BACKGROUND: Most of the limited number of studies that have been carried out on COVID-19 in nursing homes have not included primarily nursing staff. Nevertheless, knowledge about staff experiences will help to provide recommendations for the future. AIM: The aim of this study was to describe stress experienced and interventions performed by nursing staff and to identify factors that are associated to the perceived stress among Austrian nursing home staff during the first and the second waves of COVID-19. METHODS: A secondary data analysis of two cross-sectional surveys performed in 2020 and 2021 among nursing home staff was performed. We did descriptive analysis as well as univariate and multivariate logistic regression analyses. RESULTS: A total of 449 nurses participated in the first survey and 300 in the second survey. 12.7% experienced high stress levels in the first wave, while 26.0% experienced high stress levels in the second wave (p < 0.001). The analysis showed that nursing staff in the second wave had a 2.195-fold higher relative chance of experiencing a high stress level compared to nursing staff in the first wave (p < 0.001). Caring for COVID-19 residents (odds ratio [OR] 1.827; p = 0.007) and being female (OR 1.992; p = 0.018) also significantly increased the relative chance of experiencing a high stress level. Some protective interventions, such as the use of FFP masks, increased between the two waves, while others decreased, such as the practice of airing the residents’ rooms. CONCLUSION: Austrian nursing staff in nursing homes experienced more stress during the second wave, illustrating the heavy burden of the long pandemic on staff. Nursing management should plan appropriate supportive interventions such as psychological help, stress relief measures and financial incentives for nursing staff, especially for the identified high-risk groups. SUPPLEMENTARY INFORMATION: The online version of this article (10.1007/s16024-022-00395-x) contains supplementary material, which is available to authorized users.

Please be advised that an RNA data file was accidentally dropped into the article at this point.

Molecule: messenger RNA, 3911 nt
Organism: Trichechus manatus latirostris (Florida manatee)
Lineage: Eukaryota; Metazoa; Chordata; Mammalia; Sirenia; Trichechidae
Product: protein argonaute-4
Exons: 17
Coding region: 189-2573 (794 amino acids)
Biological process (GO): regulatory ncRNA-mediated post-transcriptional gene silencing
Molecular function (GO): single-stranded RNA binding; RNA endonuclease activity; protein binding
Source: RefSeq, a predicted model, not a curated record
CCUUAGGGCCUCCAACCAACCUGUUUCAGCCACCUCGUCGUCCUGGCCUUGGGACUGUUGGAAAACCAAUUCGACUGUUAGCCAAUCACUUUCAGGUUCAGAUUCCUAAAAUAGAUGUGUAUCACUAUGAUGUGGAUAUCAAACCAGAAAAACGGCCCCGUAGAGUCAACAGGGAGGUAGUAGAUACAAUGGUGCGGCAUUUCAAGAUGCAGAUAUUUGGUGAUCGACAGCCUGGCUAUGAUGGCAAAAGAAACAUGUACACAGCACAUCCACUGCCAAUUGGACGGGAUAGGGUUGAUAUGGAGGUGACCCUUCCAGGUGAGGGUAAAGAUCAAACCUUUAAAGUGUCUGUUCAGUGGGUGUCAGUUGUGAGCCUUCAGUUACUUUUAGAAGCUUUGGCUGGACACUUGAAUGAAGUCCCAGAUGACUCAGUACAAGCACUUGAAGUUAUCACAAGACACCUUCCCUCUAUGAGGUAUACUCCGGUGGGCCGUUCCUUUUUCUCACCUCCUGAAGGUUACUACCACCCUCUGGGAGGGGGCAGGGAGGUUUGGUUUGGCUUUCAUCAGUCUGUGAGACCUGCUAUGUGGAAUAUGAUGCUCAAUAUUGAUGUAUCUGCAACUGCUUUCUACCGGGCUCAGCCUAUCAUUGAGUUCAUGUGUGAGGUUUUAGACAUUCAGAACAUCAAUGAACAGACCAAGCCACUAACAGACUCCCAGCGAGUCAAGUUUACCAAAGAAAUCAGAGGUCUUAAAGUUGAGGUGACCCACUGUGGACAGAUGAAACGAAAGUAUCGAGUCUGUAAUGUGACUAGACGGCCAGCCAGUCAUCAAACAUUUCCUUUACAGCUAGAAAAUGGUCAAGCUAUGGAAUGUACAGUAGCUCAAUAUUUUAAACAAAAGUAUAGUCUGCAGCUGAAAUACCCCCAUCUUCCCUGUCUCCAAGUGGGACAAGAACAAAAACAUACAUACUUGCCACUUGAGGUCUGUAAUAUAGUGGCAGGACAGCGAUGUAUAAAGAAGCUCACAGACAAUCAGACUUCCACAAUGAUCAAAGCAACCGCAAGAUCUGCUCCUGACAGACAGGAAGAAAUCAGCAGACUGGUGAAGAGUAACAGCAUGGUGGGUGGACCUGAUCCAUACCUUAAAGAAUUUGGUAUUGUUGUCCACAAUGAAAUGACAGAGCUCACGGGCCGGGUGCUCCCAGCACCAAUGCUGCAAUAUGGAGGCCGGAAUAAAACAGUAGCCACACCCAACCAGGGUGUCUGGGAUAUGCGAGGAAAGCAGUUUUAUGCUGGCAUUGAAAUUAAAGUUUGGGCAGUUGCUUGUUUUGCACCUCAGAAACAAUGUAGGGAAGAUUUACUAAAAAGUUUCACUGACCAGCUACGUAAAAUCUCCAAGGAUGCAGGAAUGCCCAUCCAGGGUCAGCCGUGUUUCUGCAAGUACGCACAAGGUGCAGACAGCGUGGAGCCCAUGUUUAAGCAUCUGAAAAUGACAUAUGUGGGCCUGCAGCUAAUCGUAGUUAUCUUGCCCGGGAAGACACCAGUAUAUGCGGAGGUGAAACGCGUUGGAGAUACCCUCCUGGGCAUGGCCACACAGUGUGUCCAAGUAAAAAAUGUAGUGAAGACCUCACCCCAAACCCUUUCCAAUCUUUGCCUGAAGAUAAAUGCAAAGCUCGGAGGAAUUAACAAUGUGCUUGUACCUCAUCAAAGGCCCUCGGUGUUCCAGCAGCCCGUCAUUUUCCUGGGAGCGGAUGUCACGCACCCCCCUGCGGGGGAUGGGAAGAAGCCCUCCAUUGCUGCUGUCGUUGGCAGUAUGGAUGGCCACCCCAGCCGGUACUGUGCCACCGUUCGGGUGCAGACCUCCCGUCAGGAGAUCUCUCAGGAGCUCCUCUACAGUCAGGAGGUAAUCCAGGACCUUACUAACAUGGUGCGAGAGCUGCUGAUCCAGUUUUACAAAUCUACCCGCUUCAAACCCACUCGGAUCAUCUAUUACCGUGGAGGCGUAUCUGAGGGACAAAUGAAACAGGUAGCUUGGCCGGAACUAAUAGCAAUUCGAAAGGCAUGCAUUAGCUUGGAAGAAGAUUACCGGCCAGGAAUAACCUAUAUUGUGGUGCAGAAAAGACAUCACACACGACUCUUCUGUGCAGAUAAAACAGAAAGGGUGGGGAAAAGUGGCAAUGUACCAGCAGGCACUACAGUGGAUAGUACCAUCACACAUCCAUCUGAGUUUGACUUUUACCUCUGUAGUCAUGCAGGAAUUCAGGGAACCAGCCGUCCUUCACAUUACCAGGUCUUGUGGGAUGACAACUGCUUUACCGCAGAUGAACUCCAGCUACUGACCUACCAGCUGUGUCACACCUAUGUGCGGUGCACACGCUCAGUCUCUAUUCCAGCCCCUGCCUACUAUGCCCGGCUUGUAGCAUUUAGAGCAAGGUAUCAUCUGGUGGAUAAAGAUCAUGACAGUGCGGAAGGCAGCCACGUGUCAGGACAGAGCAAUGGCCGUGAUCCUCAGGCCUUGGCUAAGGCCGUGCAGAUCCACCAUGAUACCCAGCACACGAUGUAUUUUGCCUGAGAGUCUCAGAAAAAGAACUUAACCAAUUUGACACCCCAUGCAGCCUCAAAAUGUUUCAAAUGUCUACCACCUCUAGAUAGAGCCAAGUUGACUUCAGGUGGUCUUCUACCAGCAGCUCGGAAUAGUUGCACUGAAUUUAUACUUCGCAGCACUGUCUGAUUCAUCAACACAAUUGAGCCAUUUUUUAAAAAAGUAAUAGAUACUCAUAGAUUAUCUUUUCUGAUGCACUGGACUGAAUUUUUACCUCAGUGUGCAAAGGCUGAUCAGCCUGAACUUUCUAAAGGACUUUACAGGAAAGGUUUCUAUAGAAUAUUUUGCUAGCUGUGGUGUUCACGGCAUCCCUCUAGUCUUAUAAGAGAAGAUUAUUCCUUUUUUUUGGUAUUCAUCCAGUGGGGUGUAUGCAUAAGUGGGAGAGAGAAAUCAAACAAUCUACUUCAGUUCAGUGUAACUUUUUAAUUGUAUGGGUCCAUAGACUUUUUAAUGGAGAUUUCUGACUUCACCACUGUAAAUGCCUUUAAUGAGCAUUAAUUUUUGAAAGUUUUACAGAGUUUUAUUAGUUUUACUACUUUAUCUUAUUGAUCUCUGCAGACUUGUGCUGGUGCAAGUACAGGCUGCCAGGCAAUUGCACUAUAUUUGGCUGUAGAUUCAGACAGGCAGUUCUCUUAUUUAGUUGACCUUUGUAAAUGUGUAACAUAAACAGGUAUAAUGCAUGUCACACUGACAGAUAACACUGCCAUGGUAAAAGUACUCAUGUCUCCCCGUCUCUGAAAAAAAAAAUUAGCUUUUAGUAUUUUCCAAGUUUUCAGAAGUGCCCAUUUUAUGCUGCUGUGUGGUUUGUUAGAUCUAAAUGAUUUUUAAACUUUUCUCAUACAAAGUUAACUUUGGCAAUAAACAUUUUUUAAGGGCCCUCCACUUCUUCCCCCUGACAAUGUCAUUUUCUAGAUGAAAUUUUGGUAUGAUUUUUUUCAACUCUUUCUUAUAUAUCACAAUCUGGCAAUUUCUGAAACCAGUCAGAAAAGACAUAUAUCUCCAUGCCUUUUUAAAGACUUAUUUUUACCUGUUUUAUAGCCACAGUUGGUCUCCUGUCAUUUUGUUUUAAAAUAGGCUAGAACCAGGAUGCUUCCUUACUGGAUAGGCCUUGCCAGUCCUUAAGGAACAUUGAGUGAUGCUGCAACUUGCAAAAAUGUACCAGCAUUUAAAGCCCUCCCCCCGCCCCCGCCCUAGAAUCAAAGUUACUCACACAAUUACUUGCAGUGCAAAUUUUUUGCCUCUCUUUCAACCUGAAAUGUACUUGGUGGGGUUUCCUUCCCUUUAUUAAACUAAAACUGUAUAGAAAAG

Bryant NS, Cimarolli VR, Falzarano F, Stone R.
J Appl Gerontol. 2023 Feb 7;7334648231155017.
Given the instability of the nursing home (NH) certified nursing assistant (CNA) workforce and the challenging demands during COVID-19, it is important to understand the organizational factors that are correlated with job satisfaction which is a major predictor of CNA turnover. The purpose of this study was to determine the associations between quality of supervisor relationships, organizational supports, COVID-19 work-related stressors, and job satisfaction among CNAs in NHs. The results indicate that CNAs who reported a more optimal relationship with their supervisors, felt appreciated for the job they do and worked in NHs with lower COVID-19 resident infection rates tended to report higher rates of job satisfaction. The COVID-19 work-related stressors of increased workload demands and understaffing were associated with lower rates of job satisfaction. The study has practical implications for employers regarding how to support CNAs to improve job satisfaction especially during a crisis.